Even as Guyana becomes increasingly preoccupied with the 2020 timetable for the commencement of oil and gas recovery, the ongoing efforts of Trinidad and Tobago to diversify its economy away from the fossil fuel ought to be an object lesson for the new kid on the block as far as the fossil fuel sector is concerned.
The word out of Port of Spain last weekend is that the American Chamber of Commerce (AMCHAM TT) is concerned over the economy’s continued heavy dependence on oil and gas for revenues and continues to advocate a diligent diversification effort that focuses on other sectors that can help support its economy.
AMCHAM TT is quoted in its 2017/2018 budget submission as saying that “It is necessary that targets, timelines and responsible agencies be established to ensure that diversification is done by sectors and in such a way that we can flag and do corrective interventions when necessary.”
The Chamber is reportedly proffering that the diversification from the oil and gas sector take the Trinidad and Tobago economy further in the direction of strengthening its ICT sector. The Stabroek Business monitored a recent report in the Trinidad Guardian proffering that “with proper support, government can ensure small and medium enterprises engaged in software design and applications can earn foreign currency for the country.”
AMCHAM is also reportedly seeking to persuade the government in Port of Spain to pay greater attention to the potential of the country’s tourism industry, asserting that more needs to be done to meet the demands of that sector which it says “is a key sector for economic development as it is a fast growing and labour-intensive industry that involves many economic activities.”
The diversification discourse in Trinidad and Tobago will, presumably not be lost to Guyana where national discussion on the economic prospects for oil and gas has given rise to what, at least until now, has been limited but serious public discourse about the need to utilize at least some of the resources likely to come from the oil and gas industry to strengthen the country’s agricultural and agro processing sector in order to broaden its export base and to consolidate its food security.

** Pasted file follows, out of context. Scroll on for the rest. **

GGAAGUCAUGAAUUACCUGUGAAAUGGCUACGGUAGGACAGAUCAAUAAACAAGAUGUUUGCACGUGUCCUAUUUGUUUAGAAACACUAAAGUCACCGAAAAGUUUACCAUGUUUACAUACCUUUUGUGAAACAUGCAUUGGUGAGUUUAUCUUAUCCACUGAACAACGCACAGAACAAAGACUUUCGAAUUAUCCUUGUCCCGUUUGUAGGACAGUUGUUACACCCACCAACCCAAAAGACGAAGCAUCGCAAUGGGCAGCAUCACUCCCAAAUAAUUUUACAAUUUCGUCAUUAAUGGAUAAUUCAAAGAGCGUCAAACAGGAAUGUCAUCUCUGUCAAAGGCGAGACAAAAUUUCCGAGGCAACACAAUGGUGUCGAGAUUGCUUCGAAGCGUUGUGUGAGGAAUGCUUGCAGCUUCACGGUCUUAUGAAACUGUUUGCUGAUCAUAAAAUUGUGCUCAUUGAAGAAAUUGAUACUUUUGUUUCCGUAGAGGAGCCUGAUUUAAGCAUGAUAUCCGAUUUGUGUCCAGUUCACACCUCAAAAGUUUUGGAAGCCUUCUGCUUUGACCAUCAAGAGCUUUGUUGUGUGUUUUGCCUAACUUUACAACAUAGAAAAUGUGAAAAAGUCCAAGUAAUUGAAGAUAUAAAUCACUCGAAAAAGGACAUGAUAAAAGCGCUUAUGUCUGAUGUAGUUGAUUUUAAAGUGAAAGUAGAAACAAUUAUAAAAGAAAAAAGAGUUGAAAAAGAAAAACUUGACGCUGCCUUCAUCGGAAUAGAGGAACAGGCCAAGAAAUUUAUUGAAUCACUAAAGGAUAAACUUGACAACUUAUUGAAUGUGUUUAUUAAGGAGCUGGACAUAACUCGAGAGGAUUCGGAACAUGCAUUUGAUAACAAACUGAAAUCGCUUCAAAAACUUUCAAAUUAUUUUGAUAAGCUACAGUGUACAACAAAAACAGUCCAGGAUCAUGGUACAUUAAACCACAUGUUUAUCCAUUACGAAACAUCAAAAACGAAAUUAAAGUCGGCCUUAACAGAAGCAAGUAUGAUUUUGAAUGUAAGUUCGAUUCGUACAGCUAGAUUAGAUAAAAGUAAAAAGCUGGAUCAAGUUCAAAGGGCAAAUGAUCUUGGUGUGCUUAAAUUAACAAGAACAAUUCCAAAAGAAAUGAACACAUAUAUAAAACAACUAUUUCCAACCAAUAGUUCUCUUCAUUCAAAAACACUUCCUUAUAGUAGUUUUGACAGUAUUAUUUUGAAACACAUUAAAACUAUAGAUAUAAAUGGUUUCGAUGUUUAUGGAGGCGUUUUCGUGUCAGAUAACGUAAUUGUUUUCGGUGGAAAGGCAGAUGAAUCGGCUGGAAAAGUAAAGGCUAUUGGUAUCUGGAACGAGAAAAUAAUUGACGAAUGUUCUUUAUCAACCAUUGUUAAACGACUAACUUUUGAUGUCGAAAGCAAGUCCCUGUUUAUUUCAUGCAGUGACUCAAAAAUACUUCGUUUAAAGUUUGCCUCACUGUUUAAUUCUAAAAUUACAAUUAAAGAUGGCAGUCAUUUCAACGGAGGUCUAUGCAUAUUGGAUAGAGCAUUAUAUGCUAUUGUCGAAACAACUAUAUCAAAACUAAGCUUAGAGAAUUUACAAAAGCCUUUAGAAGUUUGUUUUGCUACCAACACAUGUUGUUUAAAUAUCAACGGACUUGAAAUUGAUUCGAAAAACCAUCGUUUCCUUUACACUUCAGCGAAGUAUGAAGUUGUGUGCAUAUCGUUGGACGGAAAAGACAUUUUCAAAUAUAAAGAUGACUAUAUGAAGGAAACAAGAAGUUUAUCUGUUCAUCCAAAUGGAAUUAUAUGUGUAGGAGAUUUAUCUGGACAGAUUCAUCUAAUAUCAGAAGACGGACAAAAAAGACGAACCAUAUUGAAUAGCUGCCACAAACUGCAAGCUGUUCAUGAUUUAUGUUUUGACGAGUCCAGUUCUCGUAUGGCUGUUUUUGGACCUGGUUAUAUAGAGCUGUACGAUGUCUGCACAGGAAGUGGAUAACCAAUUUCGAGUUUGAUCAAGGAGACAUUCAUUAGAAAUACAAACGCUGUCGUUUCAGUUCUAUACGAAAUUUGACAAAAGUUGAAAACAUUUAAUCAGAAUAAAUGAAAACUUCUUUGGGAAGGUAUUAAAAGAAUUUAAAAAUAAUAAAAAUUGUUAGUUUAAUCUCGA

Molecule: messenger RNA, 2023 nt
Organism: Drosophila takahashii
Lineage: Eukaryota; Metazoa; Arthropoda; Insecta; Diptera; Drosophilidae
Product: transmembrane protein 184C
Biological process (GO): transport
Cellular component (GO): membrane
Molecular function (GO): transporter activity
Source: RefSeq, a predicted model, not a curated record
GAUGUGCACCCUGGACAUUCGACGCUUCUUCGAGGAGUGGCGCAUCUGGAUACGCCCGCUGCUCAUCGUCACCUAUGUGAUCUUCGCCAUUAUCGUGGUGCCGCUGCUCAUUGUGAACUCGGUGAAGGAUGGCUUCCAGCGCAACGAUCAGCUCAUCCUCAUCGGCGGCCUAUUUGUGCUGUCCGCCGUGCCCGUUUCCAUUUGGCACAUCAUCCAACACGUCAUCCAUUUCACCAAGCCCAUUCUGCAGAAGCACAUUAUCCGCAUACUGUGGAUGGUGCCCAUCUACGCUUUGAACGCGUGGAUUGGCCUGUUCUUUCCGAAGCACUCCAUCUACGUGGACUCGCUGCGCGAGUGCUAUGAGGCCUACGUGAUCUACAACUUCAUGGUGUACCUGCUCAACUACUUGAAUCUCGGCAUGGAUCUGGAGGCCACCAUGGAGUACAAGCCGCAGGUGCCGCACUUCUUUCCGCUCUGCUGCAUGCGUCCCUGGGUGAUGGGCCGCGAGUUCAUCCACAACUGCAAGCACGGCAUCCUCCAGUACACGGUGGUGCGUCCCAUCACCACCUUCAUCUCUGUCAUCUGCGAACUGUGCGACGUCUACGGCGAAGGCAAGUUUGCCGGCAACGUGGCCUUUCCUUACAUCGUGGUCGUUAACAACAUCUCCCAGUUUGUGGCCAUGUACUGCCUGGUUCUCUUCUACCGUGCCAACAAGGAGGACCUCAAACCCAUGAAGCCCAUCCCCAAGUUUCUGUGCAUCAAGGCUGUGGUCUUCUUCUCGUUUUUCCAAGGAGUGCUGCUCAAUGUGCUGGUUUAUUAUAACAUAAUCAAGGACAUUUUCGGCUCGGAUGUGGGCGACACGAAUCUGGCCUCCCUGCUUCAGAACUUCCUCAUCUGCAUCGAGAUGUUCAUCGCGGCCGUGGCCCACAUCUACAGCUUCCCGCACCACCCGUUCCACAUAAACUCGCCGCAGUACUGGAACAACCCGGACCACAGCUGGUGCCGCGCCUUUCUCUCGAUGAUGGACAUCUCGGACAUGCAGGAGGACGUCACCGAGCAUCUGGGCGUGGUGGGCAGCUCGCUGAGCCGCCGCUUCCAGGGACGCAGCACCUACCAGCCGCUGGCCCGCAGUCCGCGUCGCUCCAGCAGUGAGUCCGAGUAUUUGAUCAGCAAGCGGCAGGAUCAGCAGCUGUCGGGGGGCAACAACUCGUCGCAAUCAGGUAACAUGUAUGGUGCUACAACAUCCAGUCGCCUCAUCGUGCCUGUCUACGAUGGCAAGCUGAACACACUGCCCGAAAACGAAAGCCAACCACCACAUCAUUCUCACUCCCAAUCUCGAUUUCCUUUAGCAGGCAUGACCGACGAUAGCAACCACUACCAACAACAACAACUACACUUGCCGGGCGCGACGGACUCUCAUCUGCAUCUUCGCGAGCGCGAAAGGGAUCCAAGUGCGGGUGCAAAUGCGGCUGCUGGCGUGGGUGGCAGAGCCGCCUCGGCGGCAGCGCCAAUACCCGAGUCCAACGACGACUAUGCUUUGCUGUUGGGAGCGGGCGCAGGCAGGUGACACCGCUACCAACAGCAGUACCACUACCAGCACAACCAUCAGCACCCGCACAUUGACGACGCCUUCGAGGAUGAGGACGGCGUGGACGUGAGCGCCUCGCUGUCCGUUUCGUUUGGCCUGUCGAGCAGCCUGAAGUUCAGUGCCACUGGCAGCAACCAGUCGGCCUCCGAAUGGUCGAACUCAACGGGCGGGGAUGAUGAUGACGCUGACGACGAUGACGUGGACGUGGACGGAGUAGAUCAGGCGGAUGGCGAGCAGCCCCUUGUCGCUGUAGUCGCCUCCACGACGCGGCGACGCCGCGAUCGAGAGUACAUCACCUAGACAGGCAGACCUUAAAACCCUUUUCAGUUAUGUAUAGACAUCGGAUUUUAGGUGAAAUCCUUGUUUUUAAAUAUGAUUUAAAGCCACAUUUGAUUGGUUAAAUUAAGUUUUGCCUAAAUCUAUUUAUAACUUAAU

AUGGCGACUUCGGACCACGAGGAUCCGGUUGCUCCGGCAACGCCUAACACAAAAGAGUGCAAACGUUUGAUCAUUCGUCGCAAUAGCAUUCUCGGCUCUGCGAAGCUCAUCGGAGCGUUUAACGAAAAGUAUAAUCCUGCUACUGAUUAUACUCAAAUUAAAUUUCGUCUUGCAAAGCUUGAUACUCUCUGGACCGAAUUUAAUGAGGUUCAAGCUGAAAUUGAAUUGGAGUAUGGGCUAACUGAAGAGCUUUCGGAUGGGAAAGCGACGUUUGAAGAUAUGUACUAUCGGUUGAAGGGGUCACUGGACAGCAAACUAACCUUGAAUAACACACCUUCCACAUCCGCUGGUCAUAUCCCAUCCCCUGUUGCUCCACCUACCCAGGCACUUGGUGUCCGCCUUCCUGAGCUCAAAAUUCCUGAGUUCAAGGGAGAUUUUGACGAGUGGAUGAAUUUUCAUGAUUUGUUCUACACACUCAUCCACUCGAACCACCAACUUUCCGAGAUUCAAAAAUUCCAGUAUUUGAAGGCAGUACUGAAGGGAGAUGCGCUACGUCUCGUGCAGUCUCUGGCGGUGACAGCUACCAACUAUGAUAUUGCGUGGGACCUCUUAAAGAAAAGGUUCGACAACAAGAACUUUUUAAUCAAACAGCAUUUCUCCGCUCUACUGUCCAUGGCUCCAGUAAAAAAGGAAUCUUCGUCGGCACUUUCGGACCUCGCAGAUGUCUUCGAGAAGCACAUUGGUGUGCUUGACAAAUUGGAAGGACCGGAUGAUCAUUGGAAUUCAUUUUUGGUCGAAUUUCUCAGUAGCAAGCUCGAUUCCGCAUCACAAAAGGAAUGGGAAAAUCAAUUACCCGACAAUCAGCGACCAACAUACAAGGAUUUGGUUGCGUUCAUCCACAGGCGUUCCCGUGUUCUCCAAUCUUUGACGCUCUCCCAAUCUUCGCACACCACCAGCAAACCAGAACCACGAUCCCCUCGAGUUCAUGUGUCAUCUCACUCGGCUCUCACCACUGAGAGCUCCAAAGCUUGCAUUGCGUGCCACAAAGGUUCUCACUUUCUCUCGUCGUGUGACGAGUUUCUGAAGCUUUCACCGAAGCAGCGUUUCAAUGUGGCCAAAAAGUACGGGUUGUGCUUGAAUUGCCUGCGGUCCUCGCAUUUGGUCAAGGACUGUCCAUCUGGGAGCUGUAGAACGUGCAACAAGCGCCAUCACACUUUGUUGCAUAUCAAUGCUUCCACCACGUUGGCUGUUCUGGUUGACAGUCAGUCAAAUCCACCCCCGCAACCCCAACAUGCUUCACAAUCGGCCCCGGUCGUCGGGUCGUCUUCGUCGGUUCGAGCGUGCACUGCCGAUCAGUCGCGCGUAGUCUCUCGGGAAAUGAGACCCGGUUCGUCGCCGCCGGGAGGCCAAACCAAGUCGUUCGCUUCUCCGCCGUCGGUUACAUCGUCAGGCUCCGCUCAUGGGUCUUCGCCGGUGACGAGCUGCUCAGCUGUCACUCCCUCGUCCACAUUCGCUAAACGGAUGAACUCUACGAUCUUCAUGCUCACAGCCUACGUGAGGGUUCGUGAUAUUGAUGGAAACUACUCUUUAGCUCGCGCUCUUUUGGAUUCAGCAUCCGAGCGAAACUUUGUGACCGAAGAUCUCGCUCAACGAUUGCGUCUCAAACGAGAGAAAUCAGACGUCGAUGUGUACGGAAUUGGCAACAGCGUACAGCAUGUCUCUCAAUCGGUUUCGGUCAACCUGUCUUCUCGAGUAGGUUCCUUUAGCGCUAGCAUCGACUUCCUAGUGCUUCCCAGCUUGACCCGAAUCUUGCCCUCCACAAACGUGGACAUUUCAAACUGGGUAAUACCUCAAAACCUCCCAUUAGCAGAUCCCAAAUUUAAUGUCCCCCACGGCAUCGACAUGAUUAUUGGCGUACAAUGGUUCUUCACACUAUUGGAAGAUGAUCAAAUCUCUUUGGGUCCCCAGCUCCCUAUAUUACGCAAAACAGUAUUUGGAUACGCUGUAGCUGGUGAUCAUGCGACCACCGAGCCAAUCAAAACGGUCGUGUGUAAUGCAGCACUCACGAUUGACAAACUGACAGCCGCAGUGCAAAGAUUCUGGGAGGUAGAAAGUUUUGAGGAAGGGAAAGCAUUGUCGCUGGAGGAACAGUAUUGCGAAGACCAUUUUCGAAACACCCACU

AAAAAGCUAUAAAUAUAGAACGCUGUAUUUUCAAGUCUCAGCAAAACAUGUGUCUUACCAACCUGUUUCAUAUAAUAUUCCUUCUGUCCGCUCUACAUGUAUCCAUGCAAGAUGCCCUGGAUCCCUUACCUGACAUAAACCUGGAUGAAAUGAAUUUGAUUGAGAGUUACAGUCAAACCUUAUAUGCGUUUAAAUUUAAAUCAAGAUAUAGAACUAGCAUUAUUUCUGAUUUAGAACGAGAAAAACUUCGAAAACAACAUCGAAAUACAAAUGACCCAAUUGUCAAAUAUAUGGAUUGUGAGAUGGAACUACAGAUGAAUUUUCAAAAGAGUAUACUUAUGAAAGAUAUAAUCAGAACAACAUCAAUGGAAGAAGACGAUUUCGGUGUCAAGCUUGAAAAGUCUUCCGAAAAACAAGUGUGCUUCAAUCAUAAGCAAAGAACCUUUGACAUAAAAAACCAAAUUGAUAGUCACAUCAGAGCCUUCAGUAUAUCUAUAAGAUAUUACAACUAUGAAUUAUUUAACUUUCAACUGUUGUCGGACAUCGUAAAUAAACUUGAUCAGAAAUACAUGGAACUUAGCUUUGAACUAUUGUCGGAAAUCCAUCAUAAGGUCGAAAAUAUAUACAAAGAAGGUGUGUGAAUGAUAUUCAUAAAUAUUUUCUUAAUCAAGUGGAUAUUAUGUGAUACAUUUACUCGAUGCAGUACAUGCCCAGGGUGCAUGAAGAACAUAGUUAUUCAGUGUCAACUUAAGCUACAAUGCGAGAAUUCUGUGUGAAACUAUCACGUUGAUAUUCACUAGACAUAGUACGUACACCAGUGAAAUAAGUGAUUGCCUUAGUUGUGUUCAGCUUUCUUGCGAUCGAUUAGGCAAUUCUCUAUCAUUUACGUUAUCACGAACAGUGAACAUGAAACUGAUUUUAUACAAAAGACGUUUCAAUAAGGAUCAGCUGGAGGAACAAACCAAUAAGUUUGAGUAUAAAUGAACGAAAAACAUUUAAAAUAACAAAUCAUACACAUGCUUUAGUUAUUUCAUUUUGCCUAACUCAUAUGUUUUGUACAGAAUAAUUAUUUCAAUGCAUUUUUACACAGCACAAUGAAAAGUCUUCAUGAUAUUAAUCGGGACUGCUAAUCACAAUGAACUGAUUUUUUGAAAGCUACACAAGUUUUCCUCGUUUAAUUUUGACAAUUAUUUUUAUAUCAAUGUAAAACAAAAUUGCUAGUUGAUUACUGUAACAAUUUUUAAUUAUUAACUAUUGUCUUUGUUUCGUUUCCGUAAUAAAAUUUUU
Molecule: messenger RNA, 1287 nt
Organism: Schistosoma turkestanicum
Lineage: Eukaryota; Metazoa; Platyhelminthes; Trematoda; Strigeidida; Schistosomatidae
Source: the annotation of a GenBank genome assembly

Earlier this week, in an invited comment on the Trinidad and Tobago diversification discourse, Guyana’s Business Minister Dominic Gaskin told the Stabroek Business that while Guyana remained focused on continuing to grow the various other sectors of the economy, the promises of oil and gas, notwithstanding, diversification was not without its challenges. According to Gaskin, “where dominant industries exist in an economy, other sectors run the risk of being unable to compete in the recruitment and retention of staff, especially at the management level. This impacts on the performance and competitiveness of these sectors.” According to Gaskin there was “a real danger of this happening in Guyana’s oil and gas sector if some of our other key sectors aren’t strengthened before 2020.”
The Business Minister, however, backed diversification in the post-oil recovery period pointing to what he said were “several good reasons” why the country should continue to pursue a more diversified economy. “Guyana’s economic growth is driven by its export earnings and is therefore vulnerable to external price fluctuations beyond our control. Diversifying our range of exports as well as trading partners will reduce that vulnerability,” Gaskin added.
Noting that 99% of the products exported by Guyana are processed outside of Guyana before reaching the end-consumer, Gaskin told Stabroek Business that “diversification into value-added activities can increase the contributions of our forestry, mining and agricultural sectors to the national economy while creating employment for Guyanese.”
In Trinidad and Tobago, meanwhile, advocates of diversification are reportedly pushing for greater support for agricultural production in circumstances where, over the years, the country’s oil wealth has moved it inexorably it in the direction of a level of extra regional food imports that has made the single largest contribution to the Caribbean’s multi–billion-dollar food import bill. AMCHAM TT says that agriculture is important in Trinidad and Tobago’s fight against poverty and inflation, critical to the country’s food security and important as a tool to help stem the foreign exchange leakage.
AMCHAM is also backing Trinidad and Tobago’s role in regional agricultural pursuits that envisage collective investment in mostly mechanized mega farms in land-blessed countries like Guyana as well as incentives for small farmers that include greater access to state lands for agriculture. A Guyana/Trinidad and Tobago joint venture had envisaged the creation of mega farms utilizing private funding from Trinidad and Tobago. Little, however, has been heard of that initiative for more than a year.